Bette Midler sang it, and oh is it true…
I moved to New York, to a wealthy suburb filled with soccer moms, (I’m neither), in 1989. When I first married, in 1992, many of those attending were more acquaintances, with a few old friends, all from my native Canada, mixed in.
Only in the past two years have I finally — thank heaven — felt like I, and my second husband, have found a strong network of good friends. I’d always found it really easy to make friends, so was surprised and hurt at how hard it was for me here. I’d only lived in one other place that was lonelier, in a town in rural New Hampshire for 18 months, that was the roughest place I’ve ever been.
No matter what I said or did, or how many times we entertained, nada. Everyone was married, pregnant, eager to become so, or a mother. I had nothing in common with anyone I met — until the very last month after we’d decided to get the hell out and move to New York when I met Penny, a funny, warm, down-to-earth single mom in the rug store where she worked. We stayed friends for a decade.
It’s not easy making new friends as an adult, once you’ve left school and especially if you, as I have for six years, work alone at home all day.
Which is why I read and enjoyed this charming new book, “MWF Seeks BFF” by a young (28 yr old) writer who went on 52 dates in Chicago in search of new friends. She writes lucidly about the challenges and how rare it is to just click! with someone new and hope they’ll carve out room in their life for you.
As I headed into major surgery, and Jose made up a list of people who might want to hear about my progress, I realized how lucky we are now to have found so many people who genuinely care about us both.
How did I meet them?
— Freelance work. Several are people I met at professional events aimed at writers. One is a woman who intelligently and sensitively edited my work when she ran a women’s magazine.
— My husband’s colleagues. He works full-time in an office at a newspaper, a place where people are really busy. But I found a lovely new friend in his department, a fellow Francophile.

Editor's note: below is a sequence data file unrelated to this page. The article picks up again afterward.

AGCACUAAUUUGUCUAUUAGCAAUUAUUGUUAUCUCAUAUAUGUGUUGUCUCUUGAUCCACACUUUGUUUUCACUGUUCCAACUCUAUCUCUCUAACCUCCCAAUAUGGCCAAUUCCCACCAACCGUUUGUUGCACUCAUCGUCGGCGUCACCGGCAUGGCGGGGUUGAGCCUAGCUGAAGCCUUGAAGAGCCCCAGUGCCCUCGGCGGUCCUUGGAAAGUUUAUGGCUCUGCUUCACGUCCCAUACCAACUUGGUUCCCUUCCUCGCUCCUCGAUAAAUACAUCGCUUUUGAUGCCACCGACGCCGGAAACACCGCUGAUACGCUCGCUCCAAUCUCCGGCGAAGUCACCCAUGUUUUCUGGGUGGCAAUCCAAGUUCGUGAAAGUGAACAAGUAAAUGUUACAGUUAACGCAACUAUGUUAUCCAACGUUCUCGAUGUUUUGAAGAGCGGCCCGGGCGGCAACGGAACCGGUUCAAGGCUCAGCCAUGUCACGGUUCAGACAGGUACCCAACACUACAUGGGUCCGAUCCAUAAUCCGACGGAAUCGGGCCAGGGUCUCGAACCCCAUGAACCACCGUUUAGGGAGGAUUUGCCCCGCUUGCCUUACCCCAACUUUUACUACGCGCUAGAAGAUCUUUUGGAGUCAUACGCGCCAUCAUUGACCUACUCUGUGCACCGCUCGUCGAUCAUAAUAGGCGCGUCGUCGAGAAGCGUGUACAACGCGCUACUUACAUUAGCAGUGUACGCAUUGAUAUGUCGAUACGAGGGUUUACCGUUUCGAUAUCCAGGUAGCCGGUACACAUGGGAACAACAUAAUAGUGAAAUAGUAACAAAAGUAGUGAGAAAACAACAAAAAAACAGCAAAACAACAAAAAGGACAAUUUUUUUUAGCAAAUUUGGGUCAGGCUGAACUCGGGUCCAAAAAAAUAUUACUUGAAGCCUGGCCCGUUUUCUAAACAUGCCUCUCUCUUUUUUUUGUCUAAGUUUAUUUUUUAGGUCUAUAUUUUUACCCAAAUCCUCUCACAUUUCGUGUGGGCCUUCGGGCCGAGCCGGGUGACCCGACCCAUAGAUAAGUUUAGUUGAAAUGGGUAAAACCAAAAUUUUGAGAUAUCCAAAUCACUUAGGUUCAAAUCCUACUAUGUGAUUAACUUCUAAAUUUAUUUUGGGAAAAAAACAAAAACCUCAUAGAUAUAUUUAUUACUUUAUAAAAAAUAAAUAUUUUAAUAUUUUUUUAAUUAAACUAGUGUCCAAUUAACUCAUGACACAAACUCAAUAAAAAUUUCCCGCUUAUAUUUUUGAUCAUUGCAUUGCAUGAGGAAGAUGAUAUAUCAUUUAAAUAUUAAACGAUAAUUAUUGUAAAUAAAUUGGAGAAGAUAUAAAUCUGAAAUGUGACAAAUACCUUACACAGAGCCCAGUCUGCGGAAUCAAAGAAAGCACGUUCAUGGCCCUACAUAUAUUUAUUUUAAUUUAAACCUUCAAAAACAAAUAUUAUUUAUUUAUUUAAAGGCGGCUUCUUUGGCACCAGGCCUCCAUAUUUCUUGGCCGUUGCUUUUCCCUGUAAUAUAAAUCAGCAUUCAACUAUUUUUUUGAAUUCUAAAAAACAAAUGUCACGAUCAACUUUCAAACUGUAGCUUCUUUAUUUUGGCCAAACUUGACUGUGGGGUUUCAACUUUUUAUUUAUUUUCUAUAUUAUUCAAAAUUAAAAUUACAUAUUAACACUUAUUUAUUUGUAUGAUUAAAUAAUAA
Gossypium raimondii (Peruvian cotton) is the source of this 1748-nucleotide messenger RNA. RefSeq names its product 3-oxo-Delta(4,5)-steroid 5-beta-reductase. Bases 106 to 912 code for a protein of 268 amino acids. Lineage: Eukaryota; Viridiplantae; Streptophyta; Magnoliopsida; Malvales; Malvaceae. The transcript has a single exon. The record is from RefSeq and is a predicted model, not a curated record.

— Pool aerobics. I don’t hang out with my classmates, but seeing the same women week after week for two years has created some new friendships, even if largely limited to the locker room.
— Church. I’m not at all like most of the women at our church, but the women who have become close friends have taken the time to see past what some see as my bohemian exterior. (I’m hardly a hippie, but we don’t live in a huge house, or a house at all, and our household income is probably 30 percent of theirs.)
— Board work. Any sort of volunteer work where you have to show up regularly means you have time to get to know one another, know that you share a passion for the same issues and care enough to commit time to that cause. One of my best friends is someone I’ve been on a volunteer board with for a few years. You see one another in wholly different roles and behaviors than simply going out for drinks or a movie.
— Friends of friends. One local woman is an artist I met at a party here.
— A dinner party filled with strangers. One of my favorite women friends first sat opposite me at a fun dinner party held occasionally for 20 paying strangers at a home in Queens. Turns out her Mom attended the same Toronto ballet school and we’re both Canadian, have lived in foreign countries and both speak French.
— Team sports and classes. I’ve been playing softball for a decade with a group of men and women from their 20s to 70s, including a retired ironworker in his 70s and a 30-something pastry chef. We have lawyers, a few doctors, schoolteachers, and have gotten to know one another very well on that dusty field. Athletic pals see our sweaty, exhausted, sore, injured (and triumphant) core.
— My own work colleagues. One of my new friends is someone I met through my freelance work for The New York Times, who has since moved into another full-time position elsewhere.
— Blogging. One of my new friends is a man who also blogged for True/Slant when I did, and we quickly became mutual admirers of one another’s work. We’ve read each other’s manuscripts and I love having a handsome, smart, single guy friend to keep Jose on his toes!
My friends range in age, from 30 years younger to 30 years older. Some have young kids, some have grand-kids, some have teenagers and a few, like me have no kids at all. Maybe typical of the women I find interesting, we almost never talk about kids, but about work, the news, our families.
How do you make new friends?